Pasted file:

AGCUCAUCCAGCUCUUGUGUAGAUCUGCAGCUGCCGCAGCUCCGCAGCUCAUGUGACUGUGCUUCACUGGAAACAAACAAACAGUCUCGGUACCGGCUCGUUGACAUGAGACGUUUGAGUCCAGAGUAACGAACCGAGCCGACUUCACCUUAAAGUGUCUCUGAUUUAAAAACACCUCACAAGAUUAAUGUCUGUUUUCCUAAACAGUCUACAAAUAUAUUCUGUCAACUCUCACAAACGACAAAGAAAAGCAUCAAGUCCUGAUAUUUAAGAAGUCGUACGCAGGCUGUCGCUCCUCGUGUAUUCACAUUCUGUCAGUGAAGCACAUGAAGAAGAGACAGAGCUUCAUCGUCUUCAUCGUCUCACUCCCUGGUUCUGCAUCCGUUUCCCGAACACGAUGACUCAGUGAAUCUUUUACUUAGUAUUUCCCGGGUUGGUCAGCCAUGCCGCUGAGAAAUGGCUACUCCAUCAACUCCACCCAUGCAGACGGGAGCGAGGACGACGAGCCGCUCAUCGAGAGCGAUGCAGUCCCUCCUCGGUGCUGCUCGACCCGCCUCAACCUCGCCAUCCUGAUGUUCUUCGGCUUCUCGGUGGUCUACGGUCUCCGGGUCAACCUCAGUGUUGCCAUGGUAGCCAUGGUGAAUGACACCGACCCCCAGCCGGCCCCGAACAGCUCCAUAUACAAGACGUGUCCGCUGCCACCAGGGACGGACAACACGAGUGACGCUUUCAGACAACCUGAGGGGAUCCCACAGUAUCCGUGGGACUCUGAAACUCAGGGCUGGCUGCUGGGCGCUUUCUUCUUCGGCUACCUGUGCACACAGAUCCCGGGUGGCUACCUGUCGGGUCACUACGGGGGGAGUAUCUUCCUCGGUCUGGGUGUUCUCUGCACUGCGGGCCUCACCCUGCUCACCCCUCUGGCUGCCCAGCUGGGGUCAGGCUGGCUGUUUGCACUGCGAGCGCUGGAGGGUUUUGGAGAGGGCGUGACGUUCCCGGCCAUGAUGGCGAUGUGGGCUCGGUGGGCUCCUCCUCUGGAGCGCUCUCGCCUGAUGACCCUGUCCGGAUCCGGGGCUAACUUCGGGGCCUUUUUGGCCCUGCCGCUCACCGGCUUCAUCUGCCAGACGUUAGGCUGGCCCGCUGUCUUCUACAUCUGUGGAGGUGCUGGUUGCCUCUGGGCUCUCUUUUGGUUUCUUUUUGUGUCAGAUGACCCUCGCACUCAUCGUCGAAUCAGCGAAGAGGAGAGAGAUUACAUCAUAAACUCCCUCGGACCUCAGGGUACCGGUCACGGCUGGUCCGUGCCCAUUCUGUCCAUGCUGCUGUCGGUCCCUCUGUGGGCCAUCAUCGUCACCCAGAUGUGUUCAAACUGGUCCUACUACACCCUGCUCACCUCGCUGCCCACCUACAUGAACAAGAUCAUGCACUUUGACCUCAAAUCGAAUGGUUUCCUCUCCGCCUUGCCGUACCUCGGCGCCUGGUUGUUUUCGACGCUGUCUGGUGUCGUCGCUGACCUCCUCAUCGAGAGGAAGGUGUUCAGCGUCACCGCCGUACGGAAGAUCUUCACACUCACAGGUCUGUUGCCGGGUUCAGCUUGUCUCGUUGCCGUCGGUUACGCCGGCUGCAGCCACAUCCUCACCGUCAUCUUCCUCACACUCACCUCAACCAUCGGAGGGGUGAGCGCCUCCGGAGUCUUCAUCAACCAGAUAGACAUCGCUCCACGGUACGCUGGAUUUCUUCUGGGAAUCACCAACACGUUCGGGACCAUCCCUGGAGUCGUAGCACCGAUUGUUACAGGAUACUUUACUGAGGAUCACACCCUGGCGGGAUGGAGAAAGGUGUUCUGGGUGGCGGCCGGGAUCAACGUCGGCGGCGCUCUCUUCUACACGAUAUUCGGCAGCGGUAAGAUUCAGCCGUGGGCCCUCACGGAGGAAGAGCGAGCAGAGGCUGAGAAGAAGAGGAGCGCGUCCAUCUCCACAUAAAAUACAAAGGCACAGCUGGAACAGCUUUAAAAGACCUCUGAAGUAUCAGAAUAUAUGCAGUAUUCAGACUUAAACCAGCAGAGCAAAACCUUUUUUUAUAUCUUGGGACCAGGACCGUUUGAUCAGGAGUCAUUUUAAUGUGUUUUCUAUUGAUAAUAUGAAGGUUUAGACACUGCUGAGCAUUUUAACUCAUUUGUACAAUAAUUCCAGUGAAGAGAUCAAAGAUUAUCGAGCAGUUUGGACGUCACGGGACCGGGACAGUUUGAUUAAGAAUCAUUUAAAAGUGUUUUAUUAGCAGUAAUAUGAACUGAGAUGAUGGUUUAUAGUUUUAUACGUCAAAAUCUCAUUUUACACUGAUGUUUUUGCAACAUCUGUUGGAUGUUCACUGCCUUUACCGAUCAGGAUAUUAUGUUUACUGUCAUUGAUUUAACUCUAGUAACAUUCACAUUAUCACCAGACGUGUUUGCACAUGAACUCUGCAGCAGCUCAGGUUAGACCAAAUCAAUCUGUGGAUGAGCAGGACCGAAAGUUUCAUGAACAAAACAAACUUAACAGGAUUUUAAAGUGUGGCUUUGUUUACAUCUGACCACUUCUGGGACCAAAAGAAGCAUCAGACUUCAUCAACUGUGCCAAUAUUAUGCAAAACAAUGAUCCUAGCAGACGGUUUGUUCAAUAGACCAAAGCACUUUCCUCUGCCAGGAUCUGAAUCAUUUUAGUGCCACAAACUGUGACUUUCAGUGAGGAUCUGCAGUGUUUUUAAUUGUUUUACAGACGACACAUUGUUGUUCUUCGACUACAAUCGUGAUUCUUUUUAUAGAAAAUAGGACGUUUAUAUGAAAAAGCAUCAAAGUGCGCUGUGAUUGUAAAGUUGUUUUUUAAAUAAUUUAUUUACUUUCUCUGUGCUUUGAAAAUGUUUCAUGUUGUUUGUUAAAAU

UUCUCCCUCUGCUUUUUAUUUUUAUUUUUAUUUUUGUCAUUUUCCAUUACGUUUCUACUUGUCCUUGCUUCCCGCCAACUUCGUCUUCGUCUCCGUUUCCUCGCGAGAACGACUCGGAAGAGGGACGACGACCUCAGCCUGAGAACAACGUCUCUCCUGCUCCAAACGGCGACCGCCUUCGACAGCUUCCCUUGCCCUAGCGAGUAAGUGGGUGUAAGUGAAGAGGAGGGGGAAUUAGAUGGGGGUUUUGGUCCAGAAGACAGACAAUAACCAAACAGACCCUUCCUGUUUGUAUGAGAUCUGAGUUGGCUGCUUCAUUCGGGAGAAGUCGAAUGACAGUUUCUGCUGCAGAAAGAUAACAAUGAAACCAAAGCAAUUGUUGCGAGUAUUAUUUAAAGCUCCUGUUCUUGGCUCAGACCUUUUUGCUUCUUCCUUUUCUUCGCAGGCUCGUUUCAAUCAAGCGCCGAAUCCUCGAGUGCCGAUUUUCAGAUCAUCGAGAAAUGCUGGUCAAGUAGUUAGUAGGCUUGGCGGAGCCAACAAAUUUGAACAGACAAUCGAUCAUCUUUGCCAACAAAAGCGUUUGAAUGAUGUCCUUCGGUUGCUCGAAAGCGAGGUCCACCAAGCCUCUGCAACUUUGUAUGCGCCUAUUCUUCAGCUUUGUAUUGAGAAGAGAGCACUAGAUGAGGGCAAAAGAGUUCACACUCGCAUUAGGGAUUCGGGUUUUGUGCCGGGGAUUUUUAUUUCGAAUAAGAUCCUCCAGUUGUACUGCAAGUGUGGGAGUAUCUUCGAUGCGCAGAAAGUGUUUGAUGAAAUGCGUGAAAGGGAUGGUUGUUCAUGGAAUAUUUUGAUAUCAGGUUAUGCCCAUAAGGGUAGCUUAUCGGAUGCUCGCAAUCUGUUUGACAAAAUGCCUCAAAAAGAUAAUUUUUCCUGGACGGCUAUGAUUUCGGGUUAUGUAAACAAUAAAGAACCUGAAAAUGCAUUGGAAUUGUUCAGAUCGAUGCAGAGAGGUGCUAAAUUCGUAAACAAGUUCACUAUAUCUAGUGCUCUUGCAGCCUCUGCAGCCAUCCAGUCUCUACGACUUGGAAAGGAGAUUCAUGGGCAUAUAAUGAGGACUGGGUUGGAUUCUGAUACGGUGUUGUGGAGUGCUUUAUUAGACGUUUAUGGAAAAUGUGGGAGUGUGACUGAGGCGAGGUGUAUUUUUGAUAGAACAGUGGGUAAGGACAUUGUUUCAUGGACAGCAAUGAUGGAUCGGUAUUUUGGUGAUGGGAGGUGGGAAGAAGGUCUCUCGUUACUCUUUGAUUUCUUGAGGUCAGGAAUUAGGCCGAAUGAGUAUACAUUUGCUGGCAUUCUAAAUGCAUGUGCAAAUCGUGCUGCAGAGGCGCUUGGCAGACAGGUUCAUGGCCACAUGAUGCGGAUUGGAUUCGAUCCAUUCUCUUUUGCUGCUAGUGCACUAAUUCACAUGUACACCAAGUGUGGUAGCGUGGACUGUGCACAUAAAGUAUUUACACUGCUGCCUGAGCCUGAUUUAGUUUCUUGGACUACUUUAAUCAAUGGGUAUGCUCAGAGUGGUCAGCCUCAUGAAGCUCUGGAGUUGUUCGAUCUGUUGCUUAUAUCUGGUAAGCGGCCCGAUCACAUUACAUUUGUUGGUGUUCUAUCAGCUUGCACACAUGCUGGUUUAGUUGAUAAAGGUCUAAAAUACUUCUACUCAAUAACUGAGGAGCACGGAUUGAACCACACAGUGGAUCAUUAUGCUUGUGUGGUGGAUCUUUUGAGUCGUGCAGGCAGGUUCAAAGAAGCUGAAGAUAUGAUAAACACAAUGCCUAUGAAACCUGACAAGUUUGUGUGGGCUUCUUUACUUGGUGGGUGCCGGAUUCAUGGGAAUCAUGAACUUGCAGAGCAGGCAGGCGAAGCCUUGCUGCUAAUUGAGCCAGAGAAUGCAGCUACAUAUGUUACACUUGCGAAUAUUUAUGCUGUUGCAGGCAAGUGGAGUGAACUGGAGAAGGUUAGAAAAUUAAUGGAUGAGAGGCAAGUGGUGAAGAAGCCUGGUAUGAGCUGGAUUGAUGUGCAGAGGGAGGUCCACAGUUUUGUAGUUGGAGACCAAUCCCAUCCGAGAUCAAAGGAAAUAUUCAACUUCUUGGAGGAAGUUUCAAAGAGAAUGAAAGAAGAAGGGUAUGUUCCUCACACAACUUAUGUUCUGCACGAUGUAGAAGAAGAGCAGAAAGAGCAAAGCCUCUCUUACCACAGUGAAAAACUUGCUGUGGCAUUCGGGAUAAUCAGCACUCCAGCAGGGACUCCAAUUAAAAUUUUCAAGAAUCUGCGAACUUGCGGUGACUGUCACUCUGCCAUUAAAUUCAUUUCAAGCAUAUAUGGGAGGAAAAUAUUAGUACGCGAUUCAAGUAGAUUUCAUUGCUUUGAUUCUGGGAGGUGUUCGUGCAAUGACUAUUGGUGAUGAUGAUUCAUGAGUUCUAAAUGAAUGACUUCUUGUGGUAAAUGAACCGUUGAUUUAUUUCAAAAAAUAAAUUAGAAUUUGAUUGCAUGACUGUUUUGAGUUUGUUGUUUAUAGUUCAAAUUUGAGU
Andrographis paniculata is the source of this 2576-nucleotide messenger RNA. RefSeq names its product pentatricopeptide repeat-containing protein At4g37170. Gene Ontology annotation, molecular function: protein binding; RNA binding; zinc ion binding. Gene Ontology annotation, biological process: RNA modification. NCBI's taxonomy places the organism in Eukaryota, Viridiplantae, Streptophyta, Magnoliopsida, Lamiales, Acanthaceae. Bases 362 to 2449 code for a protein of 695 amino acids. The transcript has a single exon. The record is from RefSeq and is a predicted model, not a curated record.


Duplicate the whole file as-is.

AGCUCAUCCAGCUCUUGUGUAGAUCUGCAGCUGCCGCAGCUCCGCAGCUCAUGUGACUGUGCUUCACUGGAAACAAACAAACAGUCUCGGUACCGGCUCGUUGACAUGAGACGUUUGAGUCCAGAGUAACGAACCGAGCCGACUUCACCUUAAAGUGUCUCUGAUUUAAAAACACCUCACAAGAUUAAUGUCUGUUUUCCUAAACAGUCUACAAAUAUAUUCUGUCAACUCUCACAAACGACAAAGAAAAGCAUCAAGUCCUGAUAUUUAAGAAGUCGUACGCAGGCUGUCGCUCCUCGUGUAUUCACAUUCUGUCAGUGAAGCACAUGAAGAAGAGACAGAGCUUCAUCGUCUUCAUCGUCUCACUCCCUGGUUCUGCAUCCGUUUCCCGAACACGAUGACUCAGUGAAUCUUUUACUUAGUAUUUCCCGGGUUGGUCAGCCAUGCCGCUGAGAAAUGGCUACUCCAUCAACUCCACCCAUGCAGACGGGAGCGAGGACGACGAGCCGCUCAUCGAGAGCGAUGCAGUCCCUCCUCGGUGCUGCUCGACCCGCCUCAACCUCGCCAUCCUGAUGUUCUUCGGCUUCUCGGUGGUCUACGGUCUCCGGGUCAACCUCAGUGUUGCCAUGGUAGCCAUGGUGAAUGACACCGACCCCCAGCCGGCCCCGAACAGCUCCAUAUACAAGACGUGUCCGCUGCCACCAGGGACGGACAACACGAGUGACGCUUUCAGACAACCUGAGGGGAUCCCACAGUAUCCGUGGGACUCUGAAACUCAGGGCUGGCUGCUGGGCGCUUUCUUCUUCGGCUACCUGUGCACACAGAUCCCGGGUGGCUACCUGUCGGGUCACUACGGGGGGAGUAUCUUCCUCGGUCUGGGUGUUCUCUGCACUGCGGGCCUCACCCUGCUCACCCCUCUGGCUGCCCAGCUGGGGUCAGGCUGGCUGUUUGCACUGCGAGCGCUGGAGGGUUUUGGAGAGGGCGUGACGUUCCCGGCCAUGAUGGCGAUGUGGGCUCGGUGGGCUCCUCCUCUGGAGCGCUCUCGCCUGAUGACCCUGUCCGGAUCCGGGGCUAACUUCGGGGCCUUUUUGGCCCUGCCGCUCACCGGCUUCAUCUGCCAGACGUUAGGCUGGCCCGCUGUCUUCUACAUCUGUGGAGGUGCUGGUUGCCUCUGGGCUCUCUUUUGGUUUCUUUUUGUGUCAGAUGACCCUCGCACUCAUCGUCGAAUCAGCGAAGAGGAGAGAGAUUACAUCAUAAACUCCCUCGGACCUCAGGGUACCGGUCACGGCUGGUCCGUGCCCAUUCUGUCCAUGCUGCUGUCGGUCCCUCUGUGGGCCAUCAUCGUCACCCAGAUGUGUUCAAACUGGUCCUACUACACCCUGCUCACCUCGCUGCCCACCUACAUGAACAAGAUCAUGCACUUUGACCUCAAAUCGAAUGGUUUCCUCUCCGCCUUGCCGUACCUCGGCGCCUGGUUGUUUUCGACGCUGUCUGGUGUCGUCGCUGACCUCCUCAUCGAGAGGAAGGUGUUCAGCGUCACCGCCGUACGGAAGAUCUUCACACUCACAGGUCUGUUGCCGGGUUCAGCUUGUCUCGUUGCCGUCGGUUACGCCGGCUGCAGCCACAUCCUCACCGUCAUCUUCCUCACACUCACCUCAACCAUCGGAGGGGUGAGCGCCUCCGGAGUCUUCAUCAACCAGAUAGACAUCGCUCCACGGUACGCUGGAUUUCUUCUGGGAAUCACCAACACGUUCGGGACCAUCCCUGGAGUCGUAGCACCGAUUGUUACAGGAUACUUUACUGAGGAUCACACCCUGGCGGGAUGGAGAAAGGUGUUCUGGGUGGCGGCCGGGAUCAACGUCGGCGGCGCUCUCUUCUACACGAUAUUCGGCAGCGGUAAGAUUCAGCCGUGGGCCCUCACGGAGGAAGAGCGAGCAGAGGCUGAGAAGAAGAGGAGCGCGUCCAUCUCCACAUAAAAUACAAAGGCACAGCUGGAACAGCUUUAAAAGACCUCUGAAGUAUCAGAAUAUAUGCAGUAUUCAGACUUAAACCAGCAGAGCAAAACCUUUUUUUAUAUCUUGGGACCAGGACCGUUUGAUCAGGAGUCAUUUUAAUGUGUUUUCUAUUGAUAAUAUGAAGGUUUAGACACUGCUGAGCAUUUUAACUCAUUUGUACAAUAAUUCCAGUGAAGAGAUCAAAGAUUAUCGAGCAGUUUGGACGUCACGGGACCGGGACAGUUUGAUUAAGAAUCAUUUAAAAGUGUUUUAUUAGCAGUAAUAUGAACUGAGAUGAUGGUUUAUAGUUUUAUACGUCAAAAUCUCAUUUUACACUGAUGUUUUUGCAACAUCUGUUGGAUGUUCACUGCCUUUACCGAUCAGGAUAUUAUGUUUACUGUCAUUGAUUUAACUCUAGUAACAUUCACAUUAUCACCAGACGUGUUUGCACAUGAACUCUGCAGCAGCUCAGGUUAGACCAAAUCAAUCUGUGGAUGAGCAGGACCGAAAGUUUCAUGAACAAAACAAACUUAACAGGAUUUUAAAGUGUGGCUUUGUUUACAUCUGACCACUUCUGGGACCAAAAGAAGCAUCAGACUUCAUCAACUGUGCCAAUAUUAUGCAAAACAAUGAUCCUAGCAGACGGUUUGUUCAAUAGACCAAAGCACUUUCCUCUGCCAGGAUCUGAAUCAUUUUAGUGCCACAAACUGUGACUUUCAGUGAGGAUCUGCAGUGUUUUUAAUUGUUUUACAGACGACACAUUGUUGUUCUUCGACUACAAUCGUGAUUCUUUUUAUAGAAAAUAGGACGUUUAUAUGAAAAAGCAUCAAAGUGCGCUGUGAUUGUAAAGUUGUUUUUUAAAUAAUUUAUUUACUUUCUCUGUGCUUUGAAAAUGUUUCAUGUUGUUUGUUAAAAU

UUCUCCCUCUGCUUUUUAUUUUUAUUUUUAUUUUUGUCAUUUUCCAUUACGUUUCUACUUGUCCUUGCUUCCCGCCAACUUCGUCUUCGUCUCCGUUUCCUCGCGAGAACGACUCGGAAGAGGGACGACGACCUCAGCCUGAGAACAACGUCUCUCCUGCUCCAAACGGCGACCGCCUUCGACAGCUUCCCUUGCCCUAGCGAGUAAGUGGGUGUAAGUGAAGAGGAGGGGGAAUUAGAUGGGGGUUUUGGUCCAGAAGACAGACAAUAACCAAACAGACCCUUCCUGUUUGUAUGAGAUCUGAGUUGGCUGCUUCAUUCGGGAGAAGUCGAAUGACAGUUUCUGCUGCAGAAAGAUAACAAUGAAACCAAAGCAAUUGUUGCGAGUAUUAUUUAAAGCUCCUGUUCUUGGCUCAGACCUUUUUGCUUCUUCCUUUUCUUCGCAGGCUCGUUUCAAUCAAGCGCCGAAUCCUCGAGUGCCGAUUUUCAGAUCAUCGAGAAAUGCUGGUCAAGUAGUUAGUAGGCUUGGCGGAGCCAACAAAUUUGAACAGACAAUCGAUCAUCUUUGCCAACAAAAGCGUUUGAAUGAUGUCCUUCGGUUGCUCGAAAGCGAGGUCCACCAAGCCUCUGCAACUUUGUAUGCGCCUAUUCUUCAGCUUUGUAUUGAGAAGAGAGCACUAGAUGAGGGCAAAAGAGUUCACACUCGCAUUAGGGAUUCGGGUUUUGUGCCGGGGAUUUUUAUUUCGAAUAAGAUCCUCCAGUUGUACUGCAAGUGUGGGAGUAUCUUCGAUGCGCAGAAAGUGUUUGAUGAAAUGCGUGAAAGGGAUGGUUGUUCAUGGAAUAUUUUGAUAUCAGGUUAUGCCCAUAAGGGUAGCUUAUCGGAUGCUCGCAAUCUGUUUGACAAAAUGCCUCAAAAAGAUAAUUUUUCCUGGACGGCUAUGAUUUCGGGUUAUGUAAACAAUAAAGAACCUGAAAAUGCAUUGGAAUUGUUCAGAUCGAUGCAGAGAGGUGCUAAAUUCGUAAACAAGUUCACUAUAUCUAGUGCUCUUGCAGCCUCUGCAGCCAUCCAGUCUCUACGACUUGGAAAGGAGAUUCAUGGGCAUAUAAUGAGGACUGGGUUGGAUUCUGAUACGGUGUUGUGGAGUGCUUUAUUAGACGUUUAUGGAAAAUGUGGGAGUGUGACUGAGGCGAGGUGUAUUUUUGAUAGAACAGUGGGUAAGGACAUUGUUUCAUGGACAGCAAUGAUGGAUCGGUAUUUUGGUGAUGGGAGGUGGGAAGAAGGUCUCUCGUUACUCUUUGAUUUCUUGAGGUCAGGAAUUAGGCCGAAUGAGUAUACAUUUGCUGGCAUUCUAAAUGCAUGUGCAAAUCGUGCUGCAGAGGCGCUUGGCAGACAGGUUCAUGGCCACAUGAUGCGGAUUGGAUUCGAUCCAUUCUCUUUUGCUGCUAGUGCACUAAUUCACAUGUACACCAAGUGUGGUAGCGUGGACUGUGCACAUAAAGUAUUUACACUGCUGCCUGAGCCUGAUUUAGUUUCUUGGACUACUUUAAUCAAUGGGUAUGCUCAGAGUGGUCAGCCUCAUGAAGCUCUGGAGUUGUUCGAUCUGUUGCUUAUAUCUGGUAAGCGGCCCGAUCACAUUACAUUUGUUGGUGUUCUAUCAGCUUGCACACAUGCUGGUUUAGUUGAUAAAGGUCUAAAAUACUUCUACUCAAUAACUGAGGAGCACGGAUUGAACCACACAGUGGAUCAUUAUGCUUGUGUGGUGGAUCUUUUGAGUCGUGCAGGCAGGUUCAAAGAAGCUGAAGAUAUGAUAAACACAAUGCCUAUGAAACCUGACAAGUUUGUGUGGGCUUCUUUACUUGGUGGGUGCCGGAUUCAUGGGAAUCAUGAACUUGCAGAGCAGGCAGGCGAAGCCUUGCUGCUAAUUGAGCCAGAGAAUGCAGCUACAUAUGUUACACUUGCGAAUAUUUAUGCUGUUGCAGGCAAGUGGAGUGAACUGGAGAAGGUUAGAAAAUUAAUGGAUGAGAGGCAAGUGGUGAAGAAGCCUGGUAUGAGCUGGAUUGAUGUGCAGAGGGAGGUCCACAGUUUUGUAGUUGGAGACCAAUCCCAUCCGAGAUCAAAGGAAAUAUUCAACUUCUUGGAGGAAGUUUCAAAGAGAAUGAAAGAAGAAGGGUAUGUUCCUCACACAACUUAUGUUCUGCACGAUGUAGAAGAAGAGCAGAAAGAGCAAAGCCUCUCUUACCACAGUGAAAAACUUGCUGUGGCAUUCGGGAUAAUCAGCACUCCAGCAGGGACUCCAAUUAAAAUUUUCAAGAAUCUGCGAACUUGCGGUGACUGUCACUCUGCCAUUAAAUUCAUUUCAAGCAUAUAUGGGAGGAAAAUAUUAGUACGCGAUUCAAGUAGAUUUCAUUGCUUUGAUUCUGGGAGGUGUUCGUGCAAUGACUAUUGGUGAUGAUGAUUCAUGAGUUCUAAAUGAAUGACUUCUUGUGGUAAAUGAACCGUUGAUUUAUUUCAAAAAAUAAAUUAGAAUUUGAUUGCAUGACUGUUUUGAGUUUGUUGUUUAUAGUUCAAAUUUGAGU
Andrographis paniculata is the source of this 2576-nucleotide messenger RNA. RefSeq names its product pentatricopeptide repeat-containing protein At4g37170. Gene Ontology annotation, molecular function: protein binding; RNA binding; zinc ion binding. Gene Ontology annotation, biological process: RNA modification. NCBI's taxonomy places the organism in Eukaryota, Viridiplantae, Streptophyta, Magnoliopsida, Lamiales, Acanthaceae. Bases 362 to 2449 code for a protein of 695 amino acids. The transcript has a single exon. The record is from RefSeq and is a predicted model, not a curated record.